Hot Weather: The Culprit Behind Car Battery Woes
Summer is the season for major car battery problems.
Heat, not cold, shortens battery life, says the Car Care Council. The average life of a battery is three and a half years, and even shorter in warmer climates.
Excessive heat and overcharging are the two main reasons for shortened battery life. Heat causes battery fluid to evaporate, which damages the internal structure of the battery. A malfunctioning component in the charging system, usually the voltage regulator, allows too high a charging rate. That's slow death for a battery.
Statistics from the 2005 National Car Care Month inspection campaign show battery cables, clamps and terminals were found to need maintenance in 13 percent of vehicles, and 7 percent of batteries were not properly held down.
To get the most life out of a battery, the Car Care Council suggests the following:
* Be sure the electrical system is charging at the correct rate; overcharging can damage a battery as easily as undercharging.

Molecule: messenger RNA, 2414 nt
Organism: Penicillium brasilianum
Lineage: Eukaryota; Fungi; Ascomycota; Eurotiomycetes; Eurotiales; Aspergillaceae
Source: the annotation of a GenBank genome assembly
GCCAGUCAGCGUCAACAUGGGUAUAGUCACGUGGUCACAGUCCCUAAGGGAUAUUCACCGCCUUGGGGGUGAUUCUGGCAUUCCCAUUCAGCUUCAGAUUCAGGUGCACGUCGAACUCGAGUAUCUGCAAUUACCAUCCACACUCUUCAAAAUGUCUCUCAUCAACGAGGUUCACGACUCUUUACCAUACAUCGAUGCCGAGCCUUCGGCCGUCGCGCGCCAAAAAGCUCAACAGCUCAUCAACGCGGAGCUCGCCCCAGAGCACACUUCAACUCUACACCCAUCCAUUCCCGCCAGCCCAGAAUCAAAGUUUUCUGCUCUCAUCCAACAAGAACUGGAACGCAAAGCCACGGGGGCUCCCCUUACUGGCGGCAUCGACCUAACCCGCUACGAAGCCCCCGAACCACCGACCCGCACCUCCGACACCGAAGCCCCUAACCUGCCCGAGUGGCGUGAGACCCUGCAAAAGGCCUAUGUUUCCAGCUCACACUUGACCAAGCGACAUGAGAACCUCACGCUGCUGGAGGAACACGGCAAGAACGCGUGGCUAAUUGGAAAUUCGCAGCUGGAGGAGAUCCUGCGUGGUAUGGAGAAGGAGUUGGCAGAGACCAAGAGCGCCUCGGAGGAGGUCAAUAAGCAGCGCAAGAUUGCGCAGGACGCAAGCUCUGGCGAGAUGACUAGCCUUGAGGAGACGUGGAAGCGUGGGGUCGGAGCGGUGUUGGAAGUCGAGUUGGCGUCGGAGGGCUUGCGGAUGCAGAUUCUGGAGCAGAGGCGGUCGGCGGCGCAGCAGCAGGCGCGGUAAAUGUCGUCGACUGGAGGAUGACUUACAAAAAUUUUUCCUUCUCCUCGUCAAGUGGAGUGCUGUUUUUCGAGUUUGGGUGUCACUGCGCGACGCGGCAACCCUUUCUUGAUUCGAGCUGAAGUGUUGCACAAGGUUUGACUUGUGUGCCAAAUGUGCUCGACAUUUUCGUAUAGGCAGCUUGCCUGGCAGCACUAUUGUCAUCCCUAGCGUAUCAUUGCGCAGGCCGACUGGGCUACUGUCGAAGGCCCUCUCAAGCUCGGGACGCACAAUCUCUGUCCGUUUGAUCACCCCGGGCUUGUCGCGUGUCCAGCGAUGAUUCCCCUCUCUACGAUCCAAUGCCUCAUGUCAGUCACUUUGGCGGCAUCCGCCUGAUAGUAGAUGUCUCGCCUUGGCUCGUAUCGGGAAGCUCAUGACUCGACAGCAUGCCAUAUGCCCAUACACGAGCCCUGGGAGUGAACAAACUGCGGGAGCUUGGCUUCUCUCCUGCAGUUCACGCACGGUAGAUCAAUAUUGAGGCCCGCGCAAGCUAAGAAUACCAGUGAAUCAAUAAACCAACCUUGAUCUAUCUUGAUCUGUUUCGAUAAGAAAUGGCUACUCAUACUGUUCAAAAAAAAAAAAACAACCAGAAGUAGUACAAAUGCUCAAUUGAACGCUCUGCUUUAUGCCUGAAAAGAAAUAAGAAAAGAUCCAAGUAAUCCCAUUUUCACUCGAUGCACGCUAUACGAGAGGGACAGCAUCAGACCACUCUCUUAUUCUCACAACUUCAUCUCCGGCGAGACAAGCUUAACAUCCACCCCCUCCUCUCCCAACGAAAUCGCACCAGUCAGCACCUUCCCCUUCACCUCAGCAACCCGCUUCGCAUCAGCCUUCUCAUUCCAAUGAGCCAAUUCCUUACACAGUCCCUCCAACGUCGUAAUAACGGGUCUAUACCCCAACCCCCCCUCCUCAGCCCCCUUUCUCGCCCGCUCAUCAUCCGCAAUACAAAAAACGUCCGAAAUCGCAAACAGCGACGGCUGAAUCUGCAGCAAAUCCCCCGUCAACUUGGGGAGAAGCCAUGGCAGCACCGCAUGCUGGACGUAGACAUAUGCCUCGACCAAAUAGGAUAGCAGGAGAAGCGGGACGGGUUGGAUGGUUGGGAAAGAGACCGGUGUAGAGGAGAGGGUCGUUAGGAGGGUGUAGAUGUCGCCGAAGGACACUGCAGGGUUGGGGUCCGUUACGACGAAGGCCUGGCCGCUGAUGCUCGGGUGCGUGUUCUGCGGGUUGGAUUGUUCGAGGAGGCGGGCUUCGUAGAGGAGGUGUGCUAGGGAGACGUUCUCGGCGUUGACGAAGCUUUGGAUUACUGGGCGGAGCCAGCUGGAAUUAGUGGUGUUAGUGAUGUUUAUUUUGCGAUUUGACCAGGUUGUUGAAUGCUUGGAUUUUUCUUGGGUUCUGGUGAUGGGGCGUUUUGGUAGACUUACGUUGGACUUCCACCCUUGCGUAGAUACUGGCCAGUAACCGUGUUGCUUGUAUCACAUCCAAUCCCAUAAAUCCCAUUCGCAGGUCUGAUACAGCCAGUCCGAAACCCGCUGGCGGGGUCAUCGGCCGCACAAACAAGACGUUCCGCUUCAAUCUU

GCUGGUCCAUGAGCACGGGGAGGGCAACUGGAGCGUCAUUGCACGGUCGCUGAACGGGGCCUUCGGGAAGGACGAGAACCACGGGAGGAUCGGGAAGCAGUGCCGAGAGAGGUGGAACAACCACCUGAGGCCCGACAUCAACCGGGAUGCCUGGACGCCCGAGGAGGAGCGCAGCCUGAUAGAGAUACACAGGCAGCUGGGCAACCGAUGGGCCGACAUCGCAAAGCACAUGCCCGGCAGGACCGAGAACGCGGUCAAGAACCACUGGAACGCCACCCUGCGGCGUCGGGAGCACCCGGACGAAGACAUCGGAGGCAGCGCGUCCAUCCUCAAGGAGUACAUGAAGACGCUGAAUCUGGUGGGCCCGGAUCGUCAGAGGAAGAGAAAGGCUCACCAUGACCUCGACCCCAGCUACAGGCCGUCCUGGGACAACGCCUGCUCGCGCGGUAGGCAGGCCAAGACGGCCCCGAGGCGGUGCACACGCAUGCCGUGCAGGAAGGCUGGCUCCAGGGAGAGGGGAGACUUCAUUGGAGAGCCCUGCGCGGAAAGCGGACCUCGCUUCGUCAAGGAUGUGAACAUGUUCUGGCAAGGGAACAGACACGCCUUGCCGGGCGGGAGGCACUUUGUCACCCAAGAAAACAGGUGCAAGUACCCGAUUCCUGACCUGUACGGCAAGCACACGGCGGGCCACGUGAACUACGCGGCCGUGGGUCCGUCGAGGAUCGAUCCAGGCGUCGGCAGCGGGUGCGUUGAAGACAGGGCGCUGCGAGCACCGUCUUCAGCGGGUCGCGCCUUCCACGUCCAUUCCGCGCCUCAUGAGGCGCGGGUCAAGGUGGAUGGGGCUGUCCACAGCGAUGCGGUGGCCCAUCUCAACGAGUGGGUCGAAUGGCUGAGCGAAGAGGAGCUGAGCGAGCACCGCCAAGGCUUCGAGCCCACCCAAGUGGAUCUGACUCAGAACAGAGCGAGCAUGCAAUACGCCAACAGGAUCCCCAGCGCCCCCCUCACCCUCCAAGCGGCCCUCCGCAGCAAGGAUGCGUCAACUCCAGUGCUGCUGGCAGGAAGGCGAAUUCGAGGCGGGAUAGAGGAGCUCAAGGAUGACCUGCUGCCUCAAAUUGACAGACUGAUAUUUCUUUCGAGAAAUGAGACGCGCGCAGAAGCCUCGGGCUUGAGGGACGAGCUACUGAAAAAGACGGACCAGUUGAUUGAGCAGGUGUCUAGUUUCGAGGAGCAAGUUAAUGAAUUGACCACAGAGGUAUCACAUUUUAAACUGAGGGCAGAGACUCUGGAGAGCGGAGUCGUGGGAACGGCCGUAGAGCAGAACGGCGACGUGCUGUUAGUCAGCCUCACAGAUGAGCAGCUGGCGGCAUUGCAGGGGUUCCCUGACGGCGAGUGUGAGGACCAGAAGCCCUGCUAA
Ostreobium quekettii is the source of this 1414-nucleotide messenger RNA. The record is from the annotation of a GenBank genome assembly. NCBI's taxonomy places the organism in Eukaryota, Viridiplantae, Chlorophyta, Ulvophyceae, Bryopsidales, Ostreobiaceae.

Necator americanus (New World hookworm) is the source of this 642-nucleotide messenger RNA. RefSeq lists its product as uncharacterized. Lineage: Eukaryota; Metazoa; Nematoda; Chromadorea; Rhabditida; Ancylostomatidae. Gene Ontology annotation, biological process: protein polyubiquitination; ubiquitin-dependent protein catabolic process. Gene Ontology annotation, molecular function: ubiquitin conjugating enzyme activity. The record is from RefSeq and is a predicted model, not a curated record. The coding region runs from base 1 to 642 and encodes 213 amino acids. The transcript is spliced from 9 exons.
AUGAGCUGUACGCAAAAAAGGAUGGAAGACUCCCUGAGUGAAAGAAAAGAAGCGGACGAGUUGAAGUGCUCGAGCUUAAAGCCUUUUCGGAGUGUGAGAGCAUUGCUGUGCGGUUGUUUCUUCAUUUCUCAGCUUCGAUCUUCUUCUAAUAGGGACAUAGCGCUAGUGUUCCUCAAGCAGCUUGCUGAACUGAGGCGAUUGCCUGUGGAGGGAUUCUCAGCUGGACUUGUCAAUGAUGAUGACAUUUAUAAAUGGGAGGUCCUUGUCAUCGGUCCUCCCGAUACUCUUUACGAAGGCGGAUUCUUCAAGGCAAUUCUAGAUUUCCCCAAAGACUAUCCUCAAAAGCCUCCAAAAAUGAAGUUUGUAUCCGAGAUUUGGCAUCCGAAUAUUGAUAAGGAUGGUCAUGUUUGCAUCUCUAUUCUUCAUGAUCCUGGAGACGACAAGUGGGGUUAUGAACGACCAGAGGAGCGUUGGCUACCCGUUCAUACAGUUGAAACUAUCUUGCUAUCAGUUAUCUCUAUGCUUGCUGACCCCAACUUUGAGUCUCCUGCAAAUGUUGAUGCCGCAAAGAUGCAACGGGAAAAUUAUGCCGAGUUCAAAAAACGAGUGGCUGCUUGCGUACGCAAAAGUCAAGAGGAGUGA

* If your battery is the type that needs to be topped off, check it regularly, especially in hot weather. Add distilled water when necessary.
* Always replace a battery with one that's rated at least as high as the one originally specified.
* Keep the top of the battery clean. Dirt becomes a conductor, which drains battery power. Further, as corrosion accumulates on battery terminals it becomes an insulator, inhibiting current flow.
The Car Care Council is the source of information for the Be Car Care Aware consumer education campaign promoting the benefits of regular vehicle maintenance and repair to consumers.
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